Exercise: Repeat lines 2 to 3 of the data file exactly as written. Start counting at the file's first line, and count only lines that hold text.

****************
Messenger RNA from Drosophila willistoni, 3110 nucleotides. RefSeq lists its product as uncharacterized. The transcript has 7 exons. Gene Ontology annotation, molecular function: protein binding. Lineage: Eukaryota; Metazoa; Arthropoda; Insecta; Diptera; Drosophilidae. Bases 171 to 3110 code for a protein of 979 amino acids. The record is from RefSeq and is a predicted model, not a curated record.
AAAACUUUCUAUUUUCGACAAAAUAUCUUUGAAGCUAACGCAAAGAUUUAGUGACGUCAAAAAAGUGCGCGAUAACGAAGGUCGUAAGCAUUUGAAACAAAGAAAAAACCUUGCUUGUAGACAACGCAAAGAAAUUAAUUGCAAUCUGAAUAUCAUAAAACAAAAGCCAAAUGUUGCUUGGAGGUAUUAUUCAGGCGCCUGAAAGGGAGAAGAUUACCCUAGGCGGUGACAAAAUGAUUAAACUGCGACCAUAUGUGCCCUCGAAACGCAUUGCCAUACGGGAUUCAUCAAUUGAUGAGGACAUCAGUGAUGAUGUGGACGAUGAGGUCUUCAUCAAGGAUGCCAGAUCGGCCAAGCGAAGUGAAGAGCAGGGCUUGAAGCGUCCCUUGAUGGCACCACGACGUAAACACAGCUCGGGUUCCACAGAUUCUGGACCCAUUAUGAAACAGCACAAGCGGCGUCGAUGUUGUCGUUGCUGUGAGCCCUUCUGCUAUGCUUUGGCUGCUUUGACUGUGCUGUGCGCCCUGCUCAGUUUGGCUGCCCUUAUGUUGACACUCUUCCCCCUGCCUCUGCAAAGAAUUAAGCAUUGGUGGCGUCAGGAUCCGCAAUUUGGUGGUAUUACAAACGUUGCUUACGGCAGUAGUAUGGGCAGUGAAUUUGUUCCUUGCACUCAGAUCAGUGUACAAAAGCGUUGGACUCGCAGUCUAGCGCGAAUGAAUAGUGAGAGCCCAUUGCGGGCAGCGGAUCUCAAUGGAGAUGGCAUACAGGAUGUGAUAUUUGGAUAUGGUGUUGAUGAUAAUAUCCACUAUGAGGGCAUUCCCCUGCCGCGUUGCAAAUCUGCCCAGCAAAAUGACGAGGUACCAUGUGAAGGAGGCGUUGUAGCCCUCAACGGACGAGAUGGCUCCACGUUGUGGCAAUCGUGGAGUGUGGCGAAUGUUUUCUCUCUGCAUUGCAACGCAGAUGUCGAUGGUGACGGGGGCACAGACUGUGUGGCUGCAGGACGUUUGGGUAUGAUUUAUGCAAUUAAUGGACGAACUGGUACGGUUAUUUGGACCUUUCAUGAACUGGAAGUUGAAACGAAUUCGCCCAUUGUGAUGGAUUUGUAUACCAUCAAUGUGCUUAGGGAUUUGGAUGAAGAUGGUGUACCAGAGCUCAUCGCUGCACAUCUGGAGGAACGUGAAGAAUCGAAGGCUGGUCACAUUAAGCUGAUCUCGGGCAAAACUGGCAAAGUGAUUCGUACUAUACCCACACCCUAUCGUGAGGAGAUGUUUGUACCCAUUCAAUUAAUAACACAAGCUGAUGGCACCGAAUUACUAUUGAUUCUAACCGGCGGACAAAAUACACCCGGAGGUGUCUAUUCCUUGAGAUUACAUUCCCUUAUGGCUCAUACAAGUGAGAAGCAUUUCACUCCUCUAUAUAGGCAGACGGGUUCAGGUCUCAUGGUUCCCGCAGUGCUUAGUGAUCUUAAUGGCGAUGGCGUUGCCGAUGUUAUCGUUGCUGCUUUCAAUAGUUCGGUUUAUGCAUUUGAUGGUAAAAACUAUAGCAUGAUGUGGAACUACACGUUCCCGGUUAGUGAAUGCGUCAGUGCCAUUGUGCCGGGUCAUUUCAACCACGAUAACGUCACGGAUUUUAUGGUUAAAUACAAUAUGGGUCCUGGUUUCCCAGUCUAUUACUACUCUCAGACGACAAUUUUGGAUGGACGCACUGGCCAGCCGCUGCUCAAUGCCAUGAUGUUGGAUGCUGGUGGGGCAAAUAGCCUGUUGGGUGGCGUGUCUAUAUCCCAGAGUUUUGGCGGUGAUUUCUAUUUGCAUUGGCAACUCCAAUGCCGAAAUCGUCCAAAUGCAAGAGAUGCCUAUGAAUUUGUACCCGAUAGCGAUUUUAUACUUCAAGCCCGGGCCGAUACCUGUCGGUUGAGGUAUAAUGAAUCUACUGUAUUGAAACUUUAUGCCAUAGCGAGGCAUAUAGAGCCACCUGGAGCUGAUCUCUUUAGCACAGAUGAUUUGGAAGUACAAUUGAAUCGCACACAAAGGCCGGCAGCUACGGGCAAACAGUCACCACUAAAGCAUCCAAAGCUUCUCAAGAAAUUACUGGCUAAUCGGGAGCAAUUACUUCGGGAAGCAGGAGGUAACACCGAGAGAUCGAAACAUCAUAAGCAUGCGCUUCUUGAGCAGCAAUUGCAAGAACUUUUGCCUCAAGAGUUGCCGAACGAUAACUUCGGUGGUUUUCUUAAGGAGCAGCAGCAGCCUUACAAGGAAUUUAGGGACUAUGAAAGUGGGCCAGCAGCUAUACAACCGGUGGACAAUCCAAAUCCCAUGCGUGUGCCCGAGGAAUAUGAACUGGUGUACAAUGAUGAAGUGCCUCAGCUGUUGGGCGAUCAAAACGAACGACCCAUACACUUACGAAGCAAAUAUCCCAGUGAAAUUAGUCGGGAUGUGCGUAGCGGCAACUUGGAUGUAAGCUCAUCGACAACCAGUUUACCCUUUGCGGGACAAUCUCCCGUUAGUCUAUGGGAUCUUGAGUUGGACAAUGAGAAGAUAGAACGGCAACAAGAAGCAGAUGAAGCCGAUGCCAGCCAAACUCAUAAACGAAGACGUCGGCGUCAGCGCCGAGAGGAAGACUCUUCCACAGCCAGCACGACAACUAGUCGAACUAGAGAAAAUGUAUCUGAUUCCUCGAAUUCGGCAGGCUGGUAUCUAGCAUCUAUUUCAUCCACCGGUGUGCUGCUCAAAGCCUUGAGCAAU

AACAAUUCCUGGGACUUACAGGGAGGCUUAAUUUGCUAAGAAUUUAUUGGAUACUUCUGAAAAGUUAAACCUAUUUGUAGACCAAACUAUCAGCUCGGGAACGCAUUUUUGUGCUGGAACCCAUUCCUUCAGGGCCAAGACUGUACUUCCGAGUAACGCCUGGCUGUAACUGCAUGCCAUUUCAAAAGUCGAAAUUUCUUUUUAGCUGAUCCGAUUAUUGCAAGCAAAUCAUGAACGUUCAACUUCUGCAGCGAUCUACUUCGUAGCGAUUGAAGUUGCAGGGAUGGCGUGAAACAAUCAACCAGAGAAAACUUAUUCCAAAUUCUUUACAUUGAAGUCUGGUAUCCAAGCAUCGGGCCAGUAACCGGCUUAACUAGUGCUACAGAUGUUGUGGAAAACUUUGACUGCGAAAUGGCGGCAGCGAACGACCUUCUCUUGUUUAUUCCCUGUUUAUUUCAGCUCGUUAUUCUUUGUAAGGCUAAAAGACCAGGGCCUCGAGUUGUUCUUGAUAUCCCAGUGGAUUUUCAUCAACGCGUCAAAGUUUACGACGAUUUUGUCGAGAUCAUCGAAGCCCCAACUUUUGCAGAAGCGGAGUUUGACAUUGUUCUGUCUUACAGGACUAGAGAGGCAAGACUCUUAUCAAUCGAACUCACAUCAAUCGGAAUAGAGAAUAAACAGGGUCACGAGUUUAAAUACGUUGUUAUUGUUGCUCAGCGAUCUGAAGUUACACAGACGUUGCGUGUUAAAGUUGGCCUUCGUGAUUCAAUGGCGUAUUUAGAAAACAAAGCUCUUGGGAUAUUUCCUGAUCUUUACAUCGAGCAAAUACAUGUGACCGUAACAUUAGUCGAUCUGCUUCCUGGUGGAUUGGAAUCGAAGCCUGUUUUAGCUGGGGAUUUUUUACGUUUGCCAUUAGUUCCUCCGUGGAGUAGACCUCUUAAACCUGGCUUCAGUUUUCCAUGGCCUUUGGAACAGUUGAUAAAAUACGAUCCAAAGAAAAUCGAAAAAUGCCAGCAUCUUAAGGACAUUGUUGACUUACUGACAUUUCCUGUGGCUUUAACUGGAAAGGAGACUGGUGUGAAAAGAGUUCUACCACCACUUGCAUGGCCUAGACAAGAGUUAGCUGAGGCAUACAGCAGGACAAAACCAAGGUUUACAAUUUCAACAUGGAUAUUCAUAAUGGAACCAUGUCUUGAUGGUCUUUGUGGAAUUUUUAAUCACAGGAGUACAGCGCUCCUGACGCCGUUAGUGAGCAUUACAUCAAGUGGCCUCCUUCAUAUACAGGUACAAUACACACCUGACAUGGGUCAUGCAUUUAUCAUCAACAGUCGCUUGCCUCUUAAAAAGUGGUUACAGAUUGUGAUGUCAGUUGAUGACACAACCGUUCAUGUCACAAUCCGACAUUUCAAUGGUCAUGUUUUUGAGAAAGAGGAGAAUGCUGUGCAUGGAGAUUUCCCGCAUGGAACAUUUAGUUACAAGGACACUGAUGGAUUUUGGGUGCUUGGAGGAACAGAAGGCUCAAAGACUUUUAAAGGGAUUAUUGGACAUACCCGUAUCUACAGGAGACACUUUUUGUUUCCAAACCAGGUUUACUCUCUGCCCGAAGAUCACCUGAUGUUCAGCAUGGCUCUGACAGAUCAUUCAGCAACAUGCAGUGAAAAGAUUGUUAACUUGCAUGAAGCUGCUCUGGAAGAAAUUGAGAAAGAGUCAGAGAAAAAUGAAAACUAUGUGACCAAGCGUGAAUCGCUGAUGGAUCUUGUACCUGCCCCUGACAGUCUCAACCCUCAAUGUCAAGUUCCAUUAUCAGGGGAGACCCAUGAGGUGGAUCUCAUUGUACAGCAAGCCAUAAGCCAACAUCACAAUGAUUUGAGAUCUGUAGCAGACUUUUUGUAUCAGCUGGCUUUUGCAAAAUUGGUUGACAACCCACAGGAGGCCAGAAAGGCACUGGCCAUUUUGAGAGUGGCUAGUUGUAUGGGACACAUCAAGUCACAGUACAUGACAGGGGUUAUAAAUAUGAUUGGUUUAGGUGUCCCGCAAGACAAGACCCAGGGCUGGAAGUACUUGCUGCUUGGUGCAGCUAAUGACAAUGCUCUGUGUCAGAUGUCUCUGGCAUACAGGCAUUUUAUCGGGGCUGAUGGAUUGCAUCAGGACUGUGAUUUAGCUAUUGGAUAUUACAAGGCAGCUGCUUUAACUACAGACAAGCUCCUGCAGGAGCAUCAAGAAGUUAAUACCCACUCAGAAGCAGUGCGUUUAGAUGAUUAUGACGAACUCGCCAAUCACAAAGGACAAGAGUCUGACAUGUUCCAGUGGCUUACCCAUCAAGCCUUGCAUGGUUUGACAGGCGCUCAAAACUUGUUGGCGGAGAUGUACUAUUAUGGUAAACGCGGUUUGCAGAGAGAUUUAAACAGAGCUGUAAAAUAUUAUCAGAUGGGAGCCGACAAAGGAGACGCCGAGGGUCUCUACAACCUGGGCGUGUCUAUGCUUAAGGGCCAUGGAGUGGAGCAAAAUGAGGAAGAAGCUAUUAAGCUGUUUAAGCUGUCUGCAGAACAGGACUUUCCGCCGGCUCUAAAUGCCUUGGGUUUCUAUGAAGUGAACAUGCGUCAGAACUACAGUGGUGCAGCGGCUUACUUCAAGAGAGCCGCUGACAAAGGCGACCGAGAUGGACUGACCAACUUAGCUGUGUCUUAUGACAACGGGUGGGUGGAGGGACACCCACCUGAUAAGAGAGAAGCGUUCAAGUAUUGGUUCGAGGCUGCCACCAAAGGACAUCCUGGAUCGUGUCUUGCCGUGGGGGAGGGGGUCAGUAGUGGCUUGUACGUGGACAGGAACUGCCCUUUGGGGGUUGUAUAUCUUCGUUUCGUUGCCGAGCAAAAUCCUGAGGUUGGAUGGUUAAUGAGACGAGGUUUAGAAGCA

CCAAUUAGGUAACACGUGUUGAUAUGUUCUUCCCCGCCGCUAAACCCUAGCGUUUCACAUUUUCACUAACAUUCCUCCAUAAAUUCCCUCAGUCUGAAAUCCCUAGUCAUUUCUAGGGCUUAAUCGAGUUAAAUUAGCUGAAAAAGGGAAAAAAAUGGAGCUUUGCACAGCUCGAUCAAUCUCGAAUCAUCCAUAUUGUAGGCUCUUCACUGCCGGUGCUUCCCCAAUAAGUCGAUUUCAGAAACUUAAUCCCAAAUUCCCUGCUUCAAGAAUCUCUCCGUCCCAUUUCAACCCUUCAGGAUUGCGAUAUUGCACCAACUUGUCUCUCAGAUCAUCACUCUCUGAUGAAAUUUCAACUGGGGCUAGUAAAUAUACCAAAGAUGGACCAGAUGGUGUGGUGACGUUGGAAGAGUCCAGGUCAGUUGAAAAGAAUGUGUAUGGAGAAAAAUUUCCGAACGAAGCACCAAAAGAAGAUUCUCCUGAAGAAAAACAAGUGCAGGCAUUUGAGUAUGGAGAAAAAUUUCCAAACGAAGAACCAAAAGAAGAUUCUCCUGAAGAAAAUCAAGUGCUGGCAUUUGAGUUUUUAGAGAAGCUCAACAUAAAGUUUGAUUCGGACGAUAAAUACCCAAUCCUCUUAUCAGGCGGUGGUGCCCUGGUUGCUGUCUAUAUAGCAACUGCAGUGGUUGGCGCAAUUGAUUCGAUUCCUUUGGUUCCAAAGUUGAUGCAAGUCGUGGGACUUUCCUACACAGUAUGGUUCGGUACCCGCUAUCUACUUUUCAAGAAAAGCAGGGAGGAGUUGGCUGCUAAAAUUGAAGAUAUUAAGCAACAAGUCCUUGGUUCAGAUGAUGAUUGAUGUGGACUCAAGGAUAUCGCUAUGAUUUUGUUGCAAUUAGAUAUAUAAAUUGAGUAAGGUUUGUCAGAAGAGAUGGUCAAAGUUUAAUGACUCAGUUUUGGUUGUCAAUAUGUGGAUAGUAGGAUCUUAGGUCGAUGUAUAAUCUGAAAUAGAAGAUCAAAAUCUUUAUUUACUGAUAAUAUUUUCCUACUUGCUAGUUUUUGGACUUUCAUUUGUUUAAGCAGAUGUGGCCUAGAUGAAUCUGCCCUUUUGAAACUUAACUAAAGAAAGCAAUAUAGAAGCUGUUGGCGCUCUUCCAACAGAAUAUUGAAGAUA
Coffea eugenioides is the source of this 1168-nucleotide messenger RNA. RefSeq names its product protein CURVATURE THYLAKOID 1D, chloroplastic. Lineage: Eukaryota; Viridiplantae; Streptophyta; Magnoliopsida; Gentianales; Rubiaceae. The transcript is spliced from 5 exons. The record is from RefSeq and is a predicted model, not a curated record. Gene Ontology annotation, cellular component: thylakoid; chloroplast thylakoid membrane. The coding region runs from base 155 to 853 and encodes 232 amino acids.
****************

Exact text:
AAAACUUUCUAUUUUCGACAAAAUAUCUUUGAAGCUAACGCAAAGAUUUAGUGACGUCAAAAAAGUGCGCGAUAACGAAGGUCGUAAGCAUUUGAAACAAAGAAAAAACCUUGCUUGUAGACAACGCAAAGAAAUUAAUUGCAAUCUGAAUAUCAUAAAACAAAAGCCAAAUGUUGCUUGGAGGUAUUAUUCAGGCGCCUGAAAGGGAGAAGAUUACCCUAGGCGGUGACAAAAUGAUUAAACUGCGACCAUAUGUGCCCUCGAAACGCAUUGCCAUACGGGAUUCAUCAAUUGAUGAGGACAUCAGUGAUGAUGUGGACGAUGAGGUCUUCAUCAAGGAUGCCAGAUCGGCCAAGCGAAGUGAAGAGCAGGGCUUGAAGCGUCCCUUGAUGGCACCACGACGUAAACACAGCUCGGGUUCCACAGAUUCUGGACCCAUUAUGAAACAGCACAAGCGGCGUCGAUGUUGUCGUUGCUGUGAGCCCUUCUGCUAUGCUUUGGCUGCUUUGACUGUGCUGUGCGCCCUGCUCAGUUUGGCUGCCCUUAUGUUGACACUCUUCCCCCUGCCUCUGCAAAGAAUUAAGCAUUGGUGGCGUCAGGAUCCGCAAUUUGGUGGUAUUACAAACGUUGCUUACGGCAGUAGUAUGGGCAGUGAAUUUGUUCCUUGCACUCAGAUCAGUGUACAAAAGCGUUGGACUCGCAGUCUAGCGCGAAUGAAUAGUGAGAGCCCAUUGCGGGCAGCGGAUCUCAAUGGAGAUGGCAUACAGGAUGUGAUAUUUGGAUAUGGUGUUGAUGAUAAUAUCCACUAUGAGGGCAUUCCCCUGCCGCGUUGCAAAUCUGCCCAGCAAAAUGACGAGGUACCAUGUGAAGGAGGCGUUGUAGCCCUCAACGGACGAGAUGGCUCCACGUUGUGGCAAUCGUGGAGUGUGGCGAAUGUUUUCUCUCUGCAUUGCAACGCAGAUGUCGAUGGUGACGGGGGCACAGACUGUGUGGCUGCAGGACGUUUGGGUAUGAUUUAUGCAAUUAAUGGACGAACUGGUACGGUUAUUUGGACCUUUCAUGAACUGGAAGUUGAAACGAAUUCGCCCAUUGUGAUGGAUUUGUAUACCAUCAAUGUGCUUAGGGAUUUGGAUGAAGAUGGUGUACCAGAGCUCAUCGCUGCACAUCUGGAGGAACGUGAAGAAUCGAAGGCUGGUCACAUUAAGCUGAUCUCGGGCAAAACUGGCAAAGUGAUUCGUACUAUACCCACACCCUAUCGUGAGGAGAUGUUUGUACCCAUUCAAUUAAUAACACAAGCUGAUGGCACCGAAUUACUAUUGAUUCUAACCGGCGGACAAAAUACACCCGGAGGUGUCUAUUCCUUGAGAUUACAUUCCCUUAUGGCUCAUACAAGUGAGAAGCAUUUCACUCCUCUAUAUAGGCAGACGGGUUCAGGUCUCAUGGUUCCCGCAGUGCUUAGUGAUCUUAAUGGCGAUGGCGUUGCCGAUGUUAUCGUUGCUGCUUUCAAUAGUUCGGUUUAUGCAUUUGAUGGUAAAAACUAUAGCAUGAUGUGGAACUACACGUUCCCGGUUAGUGAAUGCGUCAGUGCCAUUGUGCCGGGUCAUUUCAACCACGAUAACGUCACGGAUUUUAUGGUUAAAUACAAUAUGGGUCCUGGUUUCCCAGUCUAUUACUACUCUCAGACGACAAUUUUGGAUGGACGCACUGGCCAGCCGCUGCUCAAUGCCAUGAUGUUGGAUGCUGGUGGGGCAAAUAGCCUGUUGGGUGGCGUGUCUAUAUCCCAGAGUUUUGGCGGUGAUUUCUAUUUGCAUUGGCAACUCCAAUGCCGAAAUCGUCCAAAUGCAAGAGAUGCCUAUGAAUUUGUACCCGAUAGCGAUUUUAUACUUCAAGCCCGGGCCGAUACCUGUCGGUUGAGGUAUAAUGAAUCUACUGUAUUGAAACUUUAUGCCAUAGCGAGGCAUAUAGAGCCACCUGGAGCUGAUCUCUUUAGCACAGAUGAUUUGGAAGUACAAUUGAAUCGCACACAAAGGCCGGCAGCUACGGGCAAACAGUCACCACUAAAGCAUCCAAAGCUUCUCAAGAAAUUACUGGCUAAUCGGGAGCAAUUACUUCGGGAAGCAGGAGGUAACACCGAGAGAUCGAAACAUCAUAAGCAUGCGCUUCUUGAGCAGCAAUUGCAAGAACUUUUGCCUCAAGAGUUGCCGAACGAUAACUUCGGUGGUUUUCUUAAGGAGCAGCAGCAGCCUUACAAGGAAUUUAGGGACUAUGAAAGUGGGCCAGCAGCUAUACAACCGGUGGACAAUCCAAAUCCCAUGCGUGUGCCCGAGGAAUAUGAACUGGUGUACAAUGAUGAAGUGCCUCAGCUGUUGGGCGAUCAAAACGAACGACCCAUACACUUACGAAGCAAAUAUCCCAGUGAAAUUAGUCGGGAUGUGCGUAGCGGCAACUUGGAUGUAAGCUCAUCGACAACCAGUUUACCCUUUGCGGGACAAUCUCCCGUUAGUCUAUGGGAUCUUGAGUUGGACAAUGAGAAGAUAGAACGGCAACAAGAAGCAGAUGAAGCCGAUGCCAGCCAAACUCAUAAACGAAGACGUCGGCGUCAGCGCCGAGAGGAAGACUCUUCCACAGCCAGCACGACAACUAGUCGAACUAGAGAAAAUGUAUCUGAUUCCUCGAAUUCGGCAGGCUGGUAUCUAGCAUCUAUUUCAUCCACCGGUGUGCUGCUCAAAGCCUUGAGCAAU

AACAAUUCCUGGGACUUACAGGGAGGCUUAAUUUGCUAAGAAUUUAUUGGAUACUUCUGAAAAGUUAAACCUAUUUGUAGACCAAACUAUCAGCUCGGGAACGCAUUUUUGUGCUGGAACCCAUUCCUUCAGGGCCAAGACUGUACUUCCGAGUAACGCCUGGCUGUAACUGCAUGCCAUUUCAAAAGUCGAAAUUUCUUUUUAGCUGAUCCGAUUAUUGCAAGCAAAUCAUGAACGUUCAACUUCUGCAGCGAUCUACUUCGUAGCGAUUGAAGUUGCAGGGAUGGCGUGAAACAAUCAACCAGAGAAAACUUAUUCCAAAUUCUUUACAUUGAAGUCUGGUAUCCAAGCAUCGGGCCAGUAACCGGCUUAACUAGUGCUACAGAUGUUGUGGAAAACUUUGACUGCGAAAUGGCGGCAGCGAACGACCUUCUCUUGUUUAUUCCCUGUUUAUUUCAGCUCGUUAUUCUUUGUAAGGCUAAAAGACCAGGGCCUCGAGUUGUUCUUGAUAUCCCAGUGGAUUUUCAUCAACGCGUCAAAGUUUACGACGAUUUUGUCGAGAUCAUCGAAGCCCCAACUUUUGCAGAAGCGGAGUUUGACAUUGUUCUGUCUUACAGGACUAGAGAGGCAAGACUCUUAUCAAUCGAACUCACAUCAAUCGGAAUAGAGAAUAAACAGGGUCACGAGUUUAAAUACGUUGUUAUUGUUGCUCAGCGAUCUGAAGUUACACAGACGUUGCGUGUUAAAGUUGGCCUUCGUGAUUCAAUGGCGUAUUUAGAAAACAAAGCUCUUGGGAUAUUUCCUGAUCUUUACAUCGAGCAAAUACAUGUGACCGUAACAUUAGUCGAUCUGCUUCCUGGUGGAUUGGAAUCGAAGCCUGUUUUAGCUGGGGAUUUUUUACGUUUGCCAUUAGUUCCUCCGUGGAGUAGACCUCUUAAACCUGGCUUCAGUUUUCCAUGGCCUUUGGAACAGUUGAUAAAAUACGAUCCAAAGAAAAUCGAAAAAUGCCAGCAUCUUAAGGACAUUGUUGACUUACUGACAUUUCCUGUGGCUUUAACUGGAAAGGAGACUGGUGUGAAAAGAGUUCUACCACCACUUGCAUGGCCUAGACAAGAGUUAGCUGAGGCAUACAGCAGGACAAAACCAAGGUUUACAAUUUCAACAUGGAUAUUCAUAAUGGAACCAUGUCUUGAUGGUCUUUGUGGAAUUUUUAAUCACAGGAGUACAGCGCUCCUGACGCCGUUAGUGAGCAUUACAUCAAGUGGCCUCCUUCAUAUACAGGUACAAUACACACCUGACAUGGGUCAUGCAUUUAUCAUCAACAGUCGCUUGCCUCUUAAAAAGUGGUUACAGAUUGUGAUGUCAGUUGAUGACACAACCGUUCAUGUCACAAUCCGACAUUUCAAUGGUCAUGUUUUUGAGAAAGAGGAGAAUGCUGUGCAUGGAGAUUUCCCGCAUGGAACAUUUAGUUACAAGGACACUGAUGGAUUUUGGGUGCUUGGAGGAACAGAAGGCUCAAAGACUUUUAAAGGGAUUAUUGGACAUACCCGUAUCUACAGGAGACACUUUUUGUUUCCAAACCAGGUUUACUCUCUGCCCGAAGAUCACCUGAUGUUCAGCAUGGCUCUGACAGAUCAUUCAGCAACAUGCAGUGAAAAGAUUGUUAACUUGCAUGAAGCUGCUCUGGAAGAAAUUGAGAAAGAGUCAGAGAAAAAUGAAAACUAUGUGACCAAGCGUGAAUCGCUGAUGGAUCUUGUACCUGCCCCUGACAGUCUCAACCCUCAAUGUCAAGUUCCAUUAUCAGGGGAGACCCAUGAGGUGGAUCUCAUUGUACAGCAAGCCAUAAGCCAACAUCACAAUGAUUUGAGAUCUGUAGCAGACUUUUUGUAUCAGCUGGCUUUUGCAAAAUUGGUUGACAACCCACAGGAGGCCAGAAAGGCACUGGCCAUUUUGAGAGUGGCUAGUUGUAUGGGACACAUCAAGUCACAGUACAUGACAGGGGUUAUAAAUAUGAUUGGUUUAGGUGUCCCGCAAGACAAGACCCAGGGCUGGAAGUACUUGCUGCUUGGUGCAGCUAAUGACAAUGCUCUGUGUCAGAUGUCUCUGGCAUACAGGCAUUUUAUCGGGGCUGAUGGAUUGCAUCAGGACUGUGAUUUAGCUAUUGGAUAUUACAAGGCAGCUGCUUUAACUACAGACAAGCUCCUGCAGGAGCAUCAAGAAGUUAAUACCCACUCAGAAGCAGUGCGUUUAGAUGAUUAUGACGAACUCGCCAAUCACAAAGGACAAGAGUCUGACAUGUUCCAGUGGCUUACCCAUCAAGCCUUGCAUGGUUUGACAGGCGCUCAAAACUUGUUGGCGGAGAUGUACUAUUAUGGUAAACGCGGUUUGCAGAGAGAUUUAAACAGAGCUGUAAAAUAUUAUCAGAUGGGAGCCGACAAAGGAGACGCCGAGGGUCUCUACAACCUGGGCGUGUCUAUGCUUAAGGGCCAUGGAGUGGAGCAAAAUGAGGAAGAAGCUAUUAAGCUGUUUAAGCUGUCUGCAGAACAGGACUUUCCGCCGGCUCUAAAUGCCUUGGGUUUCUAUGAAGUGAACAUGCGUCAGAACUACAGUGGUGCAGCGGCUUACUUCAAGAGAGCCGCUGACAAAGGCGACCGAGAUGGACUGACCAACUUAGCUGUGUCUUAUGACAACGGGUGGGUGGAGGGACACCCACCUGAUAAGAGAGAAGCGUUCAAGUAUUGGUUCGAGGCUGCCACCAAAGGACAUCCUGGAUCGUGUCUUGCCGUGGGGGAGGGGGUCAGUAGUGGCUUGUACGUGGACAGGAACUGCCCUUUGGGGGUUGUAUAUCUUCGUUUCGUUGCCGAGCAAAAUCCUGAGGUUGGAUGGUUAAUGAGACGAGGUUUAGAAGCA